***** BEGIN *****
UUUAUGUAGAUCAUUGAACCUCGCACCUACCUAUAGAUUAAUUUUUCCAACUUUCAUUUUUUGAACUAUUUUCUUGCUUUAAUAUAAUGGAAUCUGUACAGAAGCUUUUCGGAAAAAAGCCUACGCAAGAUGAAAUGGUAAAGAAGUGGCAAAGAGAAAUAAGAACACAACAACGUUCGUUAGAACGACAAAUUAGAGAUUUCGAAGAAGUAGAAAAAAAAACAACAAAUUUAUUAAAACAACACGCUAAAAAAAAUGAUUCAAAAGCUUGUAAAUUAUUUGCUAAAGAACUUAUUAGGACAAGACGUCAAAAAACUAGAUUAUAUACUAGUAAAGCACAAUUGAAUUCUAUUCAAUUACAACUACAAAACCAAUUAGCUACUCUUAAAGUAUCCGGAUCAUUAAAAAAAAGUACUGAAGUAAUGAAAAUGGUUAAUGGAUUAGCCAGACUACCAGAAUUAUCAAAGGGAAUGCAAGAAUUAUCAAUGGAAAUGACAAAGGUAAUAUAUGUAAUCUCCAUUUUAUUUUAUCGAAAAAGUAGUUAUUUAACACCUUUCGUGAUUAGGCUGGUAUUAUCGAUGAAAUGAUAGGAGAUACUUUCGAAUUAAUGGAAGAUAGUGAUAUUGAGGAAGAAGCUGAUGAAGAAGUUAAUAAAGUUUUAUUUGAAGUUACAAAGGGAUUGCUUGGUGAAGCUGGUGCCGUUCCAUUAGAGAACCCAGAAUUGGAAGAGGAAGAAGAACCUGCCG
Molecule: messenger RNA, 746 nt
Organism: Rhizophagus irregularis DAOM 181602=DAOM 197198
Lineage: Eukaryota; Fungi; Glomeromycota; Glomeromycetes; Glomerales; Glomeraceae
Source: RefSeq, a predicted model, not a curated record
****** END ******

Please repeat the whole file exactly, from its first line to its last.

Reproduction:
UUUAUGUAGAUCAUUGAACCUCGCACCUACCUAUAGAUUAAUUUUUCCAACUUUCAUUUUUUGAACUAUUUUCUUGCUUUAAUAUAAUGGAAUCUGUACAGAAGCUUUUCGGAAAAAAGCCUACGCAAGAUGAAAUGGUAAAGAAGUGGCAAAGAGAAAUAAGAACACAACAACGUUCGUUAGAACGACAAAUUAGAGAUUUCGAAGAAGUAGAAAAAAAAACAACAAAUUUAUUAAAACAACACGCUAAAAAAAAUGAUUCAAAAGCUUGUAAAUUAUUUGCUAAAGAACUUAUUAGGACAAGACGUCAAAAAACUAGAUUAUAUACUAGUAAAGCACAAUUGAAUUCUAUUCAAUUACAACUACAAAACCAAUUAGCUACUCUUAAAGUAUCCGGAUCAUUAAAAAAAAGUACUGAAGUAAUGAAAAUGGUUAAUGGAUUAGCCAGACUACCAGAAUUAUCAAAGGGAAUGCAAGAAUUAUCAAUGGAAAUGACAAAGGUAAUAUAUGUAAUCUCCAUUUUAUUUUAUCGAAAAAGUAGUUAUUUAACACCUUUCGUGAUUAGGCUGGUAUUAUCGAUGAAAUGAUAGGAGAUACUUUCGAAUUAAUGGAAGAUAGUGAUAUUGAGGAAGAAGCUGAUGAAGAAGUUAAUAAAGUUUUAUUUGAAGUUACAAAGGGAUUGCUUGGUGAAGCUGGUGCCGUUCCAUUAGAGAACCCAGAAUUGGAAGAGGAAGAAGAACCUGCCG
Molecule: messenger RNA, 746 nt
Organism: Rhizophagus irregularis DAOM 181602=DAOM 197198
Lineage: Eukaryota; Fungi; Glomeromycota; Glomeromycetes; Glomerales; Glomeraceae
Source: RefSeq, a predicted model, not a curated record